Senator Colin Deacon on Enabling Innovation Through Open Banking
Open banking has the potential to transform the relationship between consumers and service providers, and fuel a powerful wave of innovation in finance. But while it revolutionizes finance in other global markets, progress is slower in Canada.
That may change soon, following a report published earlier this year by the Senate of Canada that moved the conversation forward and strongly urged the federal government to swiftly implement open banking regulations.
We sat down with one of the architects of that report, seasoned entrepreneur and independent Senator Colin Deacon, to talk about the merits of open banking, the end of digital serfdom and the cultural shift banks must make to become globally competitive.
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No time? No worries! Read our 4 key takeaways from the conversation
- What the heck is open banking?
Many Canadians don’t actually understand what open banking means. It’s not about bank opening times. Nor is it about personal financial data being made public. In fact, it’s the opposite – open banking means customer-directed banking.
- Open banking is already here, we should talk about that
Millions of Canadians are already using financial technology (fintech) apps and services that require a connection to their bank accounts, despite Canada not yet implementing an official open banking framework. This rapidly growing market demand, both from consumers and businesses, requires an equally rapid regulatory response.
- Disrupt or be disrupted
Canadian banks are trusted around the world. Our major banks can leverage that reputation to thrive on the world stage. But competing globally requires a different approach. Instead of trying to protect themselves from disruption, they need to become the disruptors and work with, not against, fintechs.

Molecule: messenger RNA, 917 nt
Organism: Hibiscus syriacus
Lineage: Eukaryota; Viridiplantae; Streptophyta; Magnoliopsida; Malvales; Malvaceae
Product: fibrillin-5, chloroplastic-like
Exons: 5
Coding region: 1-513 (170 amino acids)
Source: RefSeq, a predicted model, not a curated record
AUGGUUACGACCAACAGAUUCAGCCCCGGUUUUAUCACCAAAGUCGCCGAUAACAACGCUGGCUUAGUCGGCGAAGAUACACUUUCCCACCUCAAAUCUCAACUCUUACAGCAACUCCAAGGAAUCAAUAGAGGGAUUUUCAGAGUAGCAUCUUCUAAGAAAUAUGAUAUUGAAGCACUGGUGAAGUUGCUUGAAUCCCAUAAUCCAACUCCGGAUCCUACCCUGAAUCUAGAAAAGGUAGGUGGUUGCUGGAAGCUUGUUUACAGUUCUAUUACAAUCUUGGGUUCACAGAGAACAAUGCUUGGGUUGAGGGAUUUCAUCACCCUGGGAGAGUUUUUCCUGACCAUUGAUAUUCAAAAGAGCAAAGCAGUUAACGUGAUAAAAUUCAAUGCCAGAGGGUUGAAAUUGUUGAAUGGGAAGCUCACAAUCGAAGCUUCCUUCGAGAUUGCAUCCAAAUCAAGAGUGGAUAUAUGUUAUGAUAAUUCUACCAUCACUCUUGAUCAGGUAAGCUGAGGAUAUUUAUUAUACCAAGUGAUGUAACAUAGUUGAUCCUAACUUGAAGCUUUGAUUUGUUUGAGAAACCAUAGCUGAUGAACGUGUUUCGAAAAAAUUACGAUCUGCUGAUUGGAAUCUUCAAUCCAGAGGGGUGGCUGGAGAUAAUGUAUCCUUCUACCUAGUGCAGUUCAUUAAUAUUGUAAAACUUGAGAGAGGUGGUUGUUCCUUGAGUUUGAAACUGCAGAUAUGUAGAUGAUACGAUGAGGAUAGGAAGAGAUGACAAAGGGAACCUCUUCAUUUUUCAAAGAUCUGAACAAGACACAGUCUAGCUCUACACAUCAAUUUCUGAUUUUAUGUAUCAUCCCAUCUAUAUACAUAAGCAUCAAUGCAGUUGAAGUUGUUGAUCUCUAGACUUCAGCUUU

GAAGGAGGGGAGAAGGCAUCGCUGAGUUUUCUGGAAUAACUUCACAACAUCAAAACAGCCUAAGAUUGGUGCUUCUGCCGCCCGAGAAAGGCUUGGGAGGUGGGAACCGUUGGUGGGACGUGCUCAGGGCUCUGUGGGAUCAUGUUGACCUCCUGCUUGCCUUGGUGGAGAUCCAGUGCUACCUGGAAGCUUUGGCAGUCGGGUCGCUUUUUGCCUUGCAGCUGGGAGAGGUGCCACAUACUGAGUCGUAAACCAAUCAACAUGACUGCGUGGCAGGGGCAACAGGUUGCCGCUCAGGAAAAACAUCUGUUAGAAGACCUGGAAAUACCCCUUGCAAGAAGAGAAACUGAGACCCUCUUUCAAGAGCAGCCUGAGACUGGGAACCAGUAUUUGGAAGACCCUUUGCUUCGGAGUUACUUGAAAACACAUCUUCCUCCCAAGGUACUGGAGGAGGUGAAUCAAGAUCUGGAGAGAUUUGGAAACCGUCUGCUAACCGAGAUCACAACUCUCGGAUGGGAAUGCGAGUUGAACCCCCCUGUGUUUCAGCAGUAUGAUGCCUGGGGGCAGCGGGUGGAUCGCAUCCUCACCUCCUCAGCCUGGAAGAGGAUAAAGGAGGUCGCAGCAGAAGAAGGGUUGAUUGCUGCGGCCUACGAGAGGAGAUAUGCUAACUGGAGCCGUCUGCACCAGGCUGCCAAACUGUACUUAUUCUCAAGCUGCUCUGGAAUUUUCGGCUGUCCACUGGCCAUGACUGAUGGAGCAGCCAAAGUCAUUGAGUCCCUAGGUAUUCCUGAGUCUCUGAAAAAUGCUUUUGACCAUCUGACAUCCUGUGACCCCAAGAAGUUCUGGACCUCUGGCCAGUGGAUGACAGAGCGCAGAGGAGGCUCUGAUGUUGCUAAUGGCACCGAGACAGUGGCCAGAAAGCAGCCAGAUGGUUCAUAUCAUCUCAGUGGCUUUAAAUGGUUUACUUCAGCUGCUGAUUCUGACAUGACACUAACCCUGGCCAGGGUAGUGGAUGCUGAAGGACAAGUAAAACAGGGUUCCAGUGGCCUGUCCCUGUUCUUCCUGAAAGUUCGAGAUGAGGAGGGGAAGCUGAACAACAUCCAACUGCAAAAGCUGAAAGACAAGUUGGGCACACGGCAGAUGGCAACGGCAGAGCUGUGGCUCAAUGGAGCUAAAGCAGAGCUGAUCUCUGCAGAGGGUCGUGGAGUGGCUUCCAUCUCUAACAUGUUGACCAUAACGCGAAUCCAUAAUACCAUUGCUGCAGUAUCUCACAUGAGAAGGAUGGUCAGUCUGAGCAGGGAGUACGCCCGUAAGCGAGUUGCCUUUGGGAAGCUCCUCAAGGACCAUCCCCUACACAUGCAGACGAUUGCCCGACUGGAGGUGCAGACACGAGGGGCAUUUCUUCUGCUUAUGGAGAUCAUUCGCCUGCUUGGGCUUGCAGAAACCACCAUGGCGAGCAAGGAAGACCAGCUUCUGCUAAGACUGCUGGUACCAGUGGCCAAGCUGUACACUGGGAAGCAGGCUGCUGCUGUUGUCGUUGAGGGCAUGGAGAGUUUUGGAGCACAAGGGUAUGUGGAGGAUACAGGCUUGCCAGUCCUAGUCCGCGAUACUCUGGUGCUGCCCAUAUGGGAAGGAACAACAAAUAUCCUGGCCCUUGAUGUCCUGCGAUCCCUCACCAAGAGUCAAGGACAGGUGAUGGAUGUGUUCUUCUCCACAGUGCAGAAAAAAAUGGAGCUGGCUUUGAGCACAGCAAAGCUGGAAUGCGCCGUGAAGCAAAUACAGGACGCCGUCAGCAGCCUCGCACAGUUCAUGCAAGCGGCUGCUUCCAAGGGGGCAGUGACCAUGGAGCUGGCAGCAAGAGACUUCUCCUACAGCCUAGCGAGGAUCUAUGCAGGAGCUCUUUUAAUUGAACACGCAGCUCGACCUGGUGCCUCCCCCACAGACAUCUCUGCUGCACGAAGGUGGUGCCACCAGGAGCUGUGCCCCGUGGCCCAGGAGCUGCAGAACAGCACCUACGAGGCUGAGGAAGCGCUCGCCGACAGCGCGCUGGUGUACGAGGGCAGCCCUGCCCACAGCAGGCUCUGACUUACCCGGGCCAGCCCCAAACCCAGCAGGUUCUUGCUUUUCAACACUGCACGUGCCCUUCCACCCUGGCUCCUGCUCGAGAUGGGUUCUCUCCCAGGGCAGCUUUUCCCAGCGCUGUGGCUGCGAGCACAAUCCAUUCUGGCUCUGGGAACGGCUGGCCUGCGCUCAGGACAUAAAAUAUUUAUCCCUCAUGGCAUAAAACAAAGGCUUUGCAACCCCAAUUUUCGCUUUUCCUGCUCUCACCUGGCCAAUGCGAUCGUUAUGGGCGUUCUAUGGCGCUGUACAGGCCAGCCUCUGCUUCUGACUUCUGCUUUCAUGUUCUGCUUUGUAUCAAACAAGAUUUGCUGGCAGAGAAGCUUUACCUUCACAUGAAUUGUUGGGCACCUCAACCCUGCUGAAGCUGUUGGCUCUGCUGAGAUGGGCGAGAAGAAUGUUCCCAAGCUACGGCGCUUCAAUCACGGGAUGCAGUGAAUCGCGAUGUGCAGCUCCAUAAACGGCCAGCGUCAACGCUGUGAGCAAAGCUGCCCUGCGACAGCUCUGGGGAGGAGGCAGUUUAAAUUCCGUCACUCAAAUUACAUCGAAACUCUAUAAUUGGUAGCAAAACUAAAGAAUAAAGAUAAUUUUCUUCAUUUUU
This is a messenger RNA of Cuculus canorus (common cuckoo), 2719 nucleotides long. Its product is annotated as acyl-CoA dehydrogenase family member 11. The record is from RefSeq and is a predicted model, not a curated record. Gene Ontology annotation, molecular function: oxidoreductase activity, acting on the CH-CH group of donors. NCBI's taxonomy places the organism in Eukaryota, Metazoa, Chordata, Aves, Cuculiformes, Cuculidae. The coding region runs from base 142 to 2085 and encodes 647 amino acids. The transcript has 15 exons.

- The end of digital serfdom?
Canadian customer data is parsed, monetised and bartered by corporations around the clock. Traditional banks have a monopoly on Canadians’ financial data and Silicon Valley behemoths control internet activity data. Open banking gives Canadians the opportunity to reclaim sovereignty over their data and re-invest it into what matters to them.
Here are a few highlights from our conversation.
On open banking’s branding issue
Dominique Samson: There’s a lack of awareness in the general public with regard to open banking. Do you think people should be more aware?
Colin Deacon: There’s a real branding issue here. Open banking: The moment I start using that term, people think it’s about banking hours or all their data being out in public. And it’s not either of those.
On the cultural shift Canadian banks need to make
Colin Deacon: In the startup world, it’s all about the problem you solve. It’s not about the technology you’re delivering, it’s about the solution to a problem that you’re solving for somebody. It’s up to the company to find those problems, and find the people with those problems and to solve them reliably. That’s the startup world.
We don’t have that culture in our banking system right now. Our banking system is a one size fits all and for the most part its a system that has got a tremendous track record of stability. But around us the world is digitizing.